Knowing the facts is the first step to addressing this epidemic. Too many young people are dying due to the use of these opioids and prescription painkillers. It's important to work together as a community or with your school to address the crisis and monitor people around you who might be struggling with this addiction. If you know someone struggling with opioid addiction, don't wait for it to be too late -- get them the help they need right away.

Resources For Those Struggling With Addiction:

National Helpline SAMHSA

Opiate Addiction Hotline

Opioid Prevention Resources

Popular Right Now

An Open Letter To The Parent That Chose Drugs Over Me

You should know this.

There used to be a time when you made me feel loved and wanted.

I couldn't wait to come home after school knowing that you'd be waiting for me along with all of my favorite snacks, ready to give me a big hug and ask me how my day went. I used to sit in your lap while you helped me read my chapter books. You used to show up to things.

You used to get to know my friends. You used to encourage me. But you're not that person anymore. I watched as your addiction consumed you and turned you into a monster. Your loving words turned into hateful actions. I watched as you became angry at the world until your substances were the only thing that mattered anymore. Nothing was good enough for you, and nothing could save you... not even me.

SEE ALSO: They're Not Junkies, You're Just Uneducated

It took me a long time to realize what was even going on. I was old enough to know that drugs were bad, but still young enough that I had no idea what they looked like or how a person may act while taking them. I didn't know that when you locked yourself in your room with strangers you were getting high, or that it wasn't normal for people to sleep for twenty hours at a time.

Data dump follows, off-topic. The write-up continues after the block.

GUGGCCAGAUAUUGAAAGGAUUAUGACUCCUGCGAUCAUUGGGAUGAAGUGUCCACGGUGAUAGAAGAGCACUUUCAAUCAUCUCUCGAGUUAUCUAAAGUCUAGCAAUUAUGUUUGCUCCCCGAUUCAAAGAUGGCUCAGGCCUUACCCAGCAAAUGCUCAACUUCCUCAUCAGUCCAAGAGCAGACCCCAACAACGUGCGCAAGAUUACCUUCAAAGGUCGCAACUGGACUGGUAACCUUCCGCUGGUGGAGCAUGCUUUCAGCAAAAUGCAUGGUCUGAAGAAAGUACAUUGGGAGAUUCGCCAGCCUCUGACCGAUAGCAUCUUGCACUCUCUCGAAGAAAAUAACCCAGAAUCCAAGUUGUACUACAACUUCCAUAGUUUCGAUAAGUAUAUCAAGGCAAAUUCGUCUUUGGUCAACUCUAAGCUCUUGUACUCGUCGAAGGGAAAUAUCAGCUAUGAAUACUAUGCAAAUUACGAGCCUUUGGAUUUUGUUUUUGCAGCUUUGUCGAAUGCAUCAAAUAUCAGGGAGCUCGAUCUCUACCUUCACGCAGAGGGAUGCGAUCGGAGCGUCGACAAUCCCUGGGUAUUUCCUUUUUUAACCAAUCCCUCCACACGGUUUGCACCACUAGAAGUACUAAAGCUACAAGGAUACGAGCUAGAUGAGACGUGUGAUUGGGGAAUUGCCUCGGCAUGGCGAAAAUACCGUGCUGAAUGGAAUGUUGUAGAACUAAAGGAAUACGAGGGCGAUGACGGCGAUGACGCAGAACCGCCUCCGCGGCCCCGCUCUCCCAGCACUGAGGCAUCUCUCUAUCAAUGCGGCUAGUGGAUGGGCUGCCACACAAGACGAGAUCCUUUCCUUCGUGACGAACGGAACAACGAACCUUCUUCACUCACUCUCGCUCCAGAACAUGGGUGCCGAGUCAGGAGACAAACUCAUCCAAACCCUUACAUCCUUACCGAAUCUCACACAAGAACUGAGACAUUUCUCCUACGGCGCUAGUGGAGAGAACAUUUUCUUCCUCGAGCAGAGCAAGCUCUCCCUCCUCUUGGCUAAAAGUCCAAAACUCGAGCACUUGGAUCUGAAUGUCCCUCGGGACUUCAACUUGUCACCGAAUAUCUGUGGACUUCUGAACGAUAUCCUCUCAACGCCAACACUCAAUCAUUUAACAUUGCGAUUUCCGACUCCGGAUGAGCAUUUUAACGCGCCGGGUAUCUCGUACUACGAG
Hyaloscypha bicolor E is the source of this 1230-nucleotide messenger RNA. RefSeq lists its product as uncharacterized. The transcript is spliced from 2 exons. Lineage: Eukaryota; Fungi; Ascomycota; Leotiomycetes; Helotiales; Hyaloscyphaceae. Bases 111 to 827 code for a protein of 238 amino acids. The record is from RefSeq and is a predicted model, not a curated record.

I used to think that maybe if I had asked other adults more questions I would have figured it out sooner and you could have gotten help. I used to think that if maybe my sister and I didn't fight as much, or if I didn't complain every time you told me to do something, that maybe you wouldn't have been so stressed out all the time. But the truth is, it wasn't my fault. It wasn't my sister's fault.

This was all on you.

I didn't ask for a parent that was forced to enroll in various rehab programs, but that's what I got. I didn't ask for the letters you sent while you were in and out of jail, but I still read them all. I didn't want to explain to my friends' parents why your name was always in the paper, but I did it regardless.

All I ever actually wanted was for you to pick me for once in your life, but you couldn't do that.

When the going got tough, you just cowered away, too scared to confront your own demons. You had everyone else to blame, but you never took a second to think about what you were doing to us, no matter how much I begged and pleaded.

You ripped our family apart. You fucked me up.

What is a child to do when the one person in the whole world that is supposed to teach them love and affection hits them, tells them they're worthless, and leaves them to fend for themselves?

SEE ALSO: To The Children Growing Up Around Addiction

I promised myself several years ago that I would never become you. I would never let any kind of substance consume my life. I wouldn't lie, steal, and manipulate to get my way. I wouldn't become a “parent" to my children only when it's convenient for me. I would make something of myself.

It makes my blood boil to see you take credit for how I turned out. “I'm so proud of my baby. Raising you is the greatest thing I've ever done." Complete bullshit. You were never around to raise me. Any ounce of success I've tasted hasn't come from you or your guidance. If anything, you've only been a living demonstration of everything I shouldn't be.